We started analyzing different platforms that we could use. We started by looking at Open ERP, a Belgium based open source startup. Because it was an ERP and also a framework it had potential. Another candidate was Compiere. Drupal, joomla, python, code igniter were also several of the other frameworks we were looking at.

Programming & database skills was not a problem, but we wanted a team to speed up the dev process. A first look in Belgium showed that we had limited talent and that it would be very expensive. We were very lucky to find a group of talented developers in Canada while I was on a trip back then. We finally opted to using the Zend Application Framework for performance, enterprise class support and a solid MVC framework with tons of easy to use components.

And there you have it! We developed the prototype in a little more than a month. It cost me a little less than a small car and a lot of my time as well as some grey hair. Francois and I went to Athens to talk to interesting people, and in part III, I’ll talk to you about the results that we got.

Welcome & How iMedevac came to exist

Why did we create a startup? The idea may surprise because entrepreneurship has it’s inherent risks. Financially, it’s difficult to start up a company.  Finding an idea that will generate revenue isn’t easy. It’s also incredibly long hours, lots of contacts and phone calls and a huge amount of stress (especially when doing demos) . Most startups are great ideas pushed ahead by passionate people.  Remember, if you don’t have an element passion for your idea its vowed to failure. Return on investment is often only years away. Finally, our startup involves a niche market incredibly complex with significant responsibilities.

The idea for iMedevac was a logical next step to my experience in the medical assistance market.My first company, International MEDEVAC Services provided physicians and nurses for medical escort. As we grew we provided more resources such as air ambulances, ground ambulances, medical clearance capacities etc….

The major pain point was the time it would take to provide a quote. It was easy providing a quote for an air ambulance flight. All you had to do was calculate your fuel burn, hours of flight and crew costs. Every once and a while some one threw you a curve ball like overflights etc
It was however much more difficult to provide a quote for an ambulance transfer or a  commercial flight transfer. Simple cases took almost an hour to complete, from request to quote and involved a lot of waiting and follow up. On busy days one person would be doing 8 to 9 quotes with different options per day. The takeaway was that one person was involved almost exclusively for quoting.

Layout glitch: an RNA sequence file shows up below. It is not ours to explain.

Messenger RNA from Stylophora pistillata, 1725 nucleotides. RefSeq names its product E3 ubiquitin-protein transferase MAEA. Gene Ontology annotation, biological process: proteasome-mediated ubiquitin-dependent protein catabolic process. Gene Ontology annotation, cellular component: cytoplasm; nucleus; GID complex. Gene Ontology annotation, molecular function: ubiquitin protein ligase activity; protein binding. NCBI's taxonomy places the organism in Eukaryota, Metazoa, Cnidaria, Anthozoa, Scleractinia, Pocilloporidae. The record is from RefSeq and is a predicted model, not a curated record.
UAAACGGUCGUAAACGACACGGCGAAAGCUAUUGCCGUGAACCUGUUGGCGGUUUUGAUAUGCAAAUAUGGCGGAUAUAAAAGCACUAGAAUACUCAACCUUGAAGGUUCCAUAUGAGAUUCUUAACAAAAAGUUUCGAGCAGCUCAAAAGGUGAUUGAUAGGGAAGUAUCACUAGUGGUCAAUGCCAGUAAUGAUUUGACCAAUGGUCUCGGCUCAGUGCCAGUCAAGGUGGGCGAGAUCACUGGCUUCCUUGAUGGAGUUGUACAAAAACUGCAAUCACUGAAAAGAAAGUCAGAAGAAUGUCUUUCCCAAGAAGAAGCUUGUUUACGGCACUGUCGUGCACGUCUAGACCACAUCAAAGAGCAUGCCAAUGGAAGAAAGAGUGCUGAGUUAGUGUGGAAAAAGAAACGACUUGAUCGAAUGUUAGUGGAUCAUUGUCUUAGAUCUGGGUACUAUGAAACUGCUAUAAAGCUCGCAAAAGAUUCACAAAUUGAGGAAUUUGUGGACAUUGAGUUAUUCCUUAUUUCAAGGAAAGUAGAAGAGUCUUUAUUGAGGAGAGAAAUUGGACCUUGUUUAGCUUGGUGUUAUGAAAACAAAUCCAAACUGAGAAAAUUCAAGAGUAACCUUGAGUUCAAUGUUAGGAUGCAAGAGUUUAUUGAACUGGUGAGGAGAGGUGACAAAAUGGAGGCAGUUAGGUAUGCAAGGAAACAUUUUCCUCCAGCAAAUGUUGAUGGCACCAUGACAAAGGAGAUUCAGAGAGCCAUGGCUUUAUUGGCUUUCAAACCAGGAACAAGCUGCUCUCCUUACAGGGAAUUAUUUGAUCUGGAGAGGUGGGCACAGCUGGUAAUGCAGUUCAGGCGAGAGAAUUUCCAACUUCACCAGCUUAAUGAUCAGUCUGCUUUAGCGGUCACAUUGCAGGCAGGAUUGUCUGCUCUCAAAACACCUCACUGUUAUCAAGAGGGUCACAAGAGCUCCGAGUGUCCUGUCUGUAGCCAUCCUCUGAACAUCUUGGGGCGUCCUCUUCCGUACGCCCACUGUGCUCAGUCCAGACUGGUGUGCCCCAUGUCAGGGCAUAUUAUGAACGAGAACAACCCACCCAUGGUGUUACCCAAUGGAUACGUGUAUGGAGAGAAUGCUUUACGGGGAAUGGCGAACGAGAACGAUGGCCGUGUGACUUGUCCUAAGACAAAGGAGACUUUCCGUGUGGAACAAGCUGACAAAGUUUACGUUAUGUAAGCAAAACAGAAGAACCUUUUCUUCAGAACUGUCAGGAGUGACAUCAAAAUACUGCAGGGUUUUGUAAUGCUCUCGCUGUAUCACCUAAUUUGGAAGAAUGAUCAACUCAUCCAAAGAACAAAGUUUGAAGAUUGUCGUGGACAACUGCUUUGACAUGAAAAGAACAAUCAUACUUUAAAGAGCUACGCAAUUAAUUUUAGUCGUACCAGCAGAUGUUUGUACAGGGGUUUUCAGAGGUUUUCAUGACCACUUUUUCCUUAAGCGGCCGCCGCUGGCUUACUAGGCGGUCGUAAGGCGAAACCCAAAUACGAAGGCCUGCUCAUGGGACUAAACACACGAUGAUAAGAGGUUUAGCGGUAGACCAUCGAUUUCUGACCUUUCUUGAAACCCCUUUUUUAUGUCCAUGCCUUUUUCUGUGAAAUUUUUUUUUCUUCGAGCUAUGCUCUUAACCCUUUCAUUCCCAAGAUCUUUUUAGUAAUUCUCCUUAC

When I left IMS in 2008 it was amid disagreement with the shareholders on the direction to follow. Unexpected as it was, I kept faith and was convinced that I would start up something new. Watching a company grow is really awesome, and the positive energy I got out of it was almost vital. There were many reasons for this, the human relationships, the constant quest for quality, the idea that we were providing unparalleled patient care were one of several . On the other hand the conditions in which I left the company pushed me to take a breather and rest…

So I spent my time reading, going to class and talking to ex clients and providers. What I learned was that the pain that I had been feeling while I was CEO at IMS was the same for everyone.

There had already been several attempts to provide online solutions for the medical transport Market. Most of these involved air ambulances, and some of them were highly successful (but most weren’t). But up until now none of these involved anything else. It’s as if 95% of medical transport missions were being ignored because it was too complex or there was no business model.

IMedevac had already been sprouting in my brain back in 2006 when we tried to automate processes to save time and money. Unfortunately the technology was still too unreliable to be used in a production setting. However in 2009 it was mature. Armed with this technology and intimate knowledge of how the Market worked I set out to create a prototype.

More to come  of which I’ll talk to you about in part II.